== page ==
Extensive research in the context of 5G or beyond 5G technologies has been on how to reduce training overheads in pilot-based channel estimation. While this will be most critical in 6G, feasible solutions become extremely challenging due to the massive scale-up and connectivity demands, in particular: (i) supporting high data rates (Gbps) in high-mobility scenarios—a prime concern of operators—will require dealing with much shorter channel coherence times; (ii) ultra-low latency requirements will see shorter transmission intervals, and (iii) the number of parameters to estimate will be massively large as a consequence of the scaling (not only of antennas/APs but also of users/devices). High mobility further complicates the problem because with mobility comes issues such as faster time-variation of the channel, Doppler offsets, etc. When estimated in severe under-sampling constraints, the high-dimensional channels might render pilot-based (coherent) estimation infeasible, particularly under high-mobility or low latency requirements. Blind (non-coherent) estimation approaches—where we do not require dedicated pilot signals—stand as promising alternatives. Though significant efforts in this direction, existing methods typically require knowledge of the (high dimensional) signal covariance matrix, acquired again from a limited number of samples.

Fig. 2. mmWave channel model

Hence the natural question is, can the existing models for channel estimation thrive under this dynamic setting? Or machine learning would be the next big thing here? Or are model-based techniques good enough? In higher frequency bands, the underlying channel is sparse in an appropriate representation, even though the channel dimensions are high. Therefore, we can represent it by a few parameters, thanks to the sparse nature or limited scattering effects at high frequency. What about the tracking? Are there good models for time-varying channels at the higher frequency bands? Probably a mix of AI and model-based techniques may be useful here in terms of developing robust estimators under model uncertainty.

Can a Bayesian approach help?

How can Bayesian inference be beneficial here? If the channel is parametric in mmWave, a joint dictionary learning and sparse signal estimation can help. The channel covariance matrix can be estimated using the AoA/AoD support information. The channel’s sparse nature can dramatically reduce the number of pilot signals required (compared to the number of antennas or subcarriers) since we only need to estimate the number of significant paths’ parametric factors. One popular algorithm which can provide substantial performance gains for such sparse channel models is sparse Bayesian learning (SBL). In sparse Bayesian learning, the underlying principle is to model the unknown sparse vectors as having a hierarchical prior distribution. For example, this follows by choosing a simple Gaussian distribution for the static or dynamic sparse states. The parameters (covariance) of this Gaussian distribution are unknown, which are modeled as some distribution, for example, a Gamma distribution. The resulting marginal distribution of the sparse vector becomes student-t, which is highly sparsifying prior.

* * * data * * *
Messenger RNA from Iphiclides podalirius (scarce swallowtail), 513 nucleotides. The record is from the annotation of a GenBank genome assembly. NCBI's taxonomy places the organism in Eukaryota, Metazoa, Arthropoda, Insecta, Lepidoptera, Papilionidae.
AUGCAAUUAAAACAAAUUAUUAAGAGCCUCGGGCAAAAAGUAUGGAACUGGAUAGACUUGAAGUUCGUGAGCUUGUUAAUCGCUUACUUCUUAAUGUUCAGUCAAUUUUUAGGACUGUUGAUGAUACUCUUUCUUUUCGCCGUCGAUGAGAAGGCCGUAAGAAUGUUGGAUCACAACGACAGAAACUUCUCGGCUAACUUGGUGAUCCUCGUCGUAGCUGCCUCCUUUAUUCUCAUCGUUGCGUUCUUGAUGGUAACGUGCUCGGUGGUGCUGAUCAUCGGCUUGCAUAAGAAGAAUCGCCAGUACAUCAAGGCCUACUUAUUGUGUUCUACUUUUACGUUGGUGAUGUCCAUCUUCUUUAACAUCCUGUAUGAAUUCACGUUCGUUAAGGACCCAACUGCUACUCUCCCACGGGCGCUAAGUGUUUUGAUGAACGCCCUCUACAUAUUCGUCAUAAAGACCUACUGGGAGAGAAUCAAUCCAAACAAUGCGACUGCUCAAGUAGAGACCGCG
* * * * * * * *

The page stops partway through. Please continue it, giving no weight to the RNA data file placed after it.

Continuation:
Fig. 3. Sparsity illustration from a Bayesian view

The hyperparameters here (refer Fig. 1., VB inference architecture) are learned from the pilot data using an evidence maximization procedure. SBL can be extended to the scenarios when the underlying sparse signals are structured or block sparse as in stochastic geometry-based mmWave channel models. However, the original SBL algorithm can become computationally expensive due to its iterative nature, especially in high dimensional settings (massive MIMO) or when we need to learn complicated prior covariance matrices. There are several ultra-fast versions of SBL that are available in the literature. Alternatively, an efficient strategy could be to unfold the iterations (Expectation-Maximization (EM) ) in hyperparameter learning into a deep neural network (DNN) if we have enough data available, which helps us to learn the scattering geometry between the users to the base station. We expect that many such low complexities and high-performance solutions will be available beyond 5G/6G shortly.

Acknowledgments: The author is extremely grateful to his supervisor, Prof. Dirk Slock, at EURECOM, France, for introducing the approximate Bayesian inference during his Ph.D. The author would also like to thank Prof. Chandra R Murthy, IISc, Bangalore, India, for providing useful feedback for this write-up.

**Statements and opinions given in this blog are the expressions of the contributor(s). Responsibility for the content of published articles rests upon the contributor(s), not on the IEEE Communication Society or the IEEE Communications Society Young Professionals.

This Post Has One Comment

  1. Dr.Sameer

    Very happy to see that you have completed PhD and working on 5G. Best wishes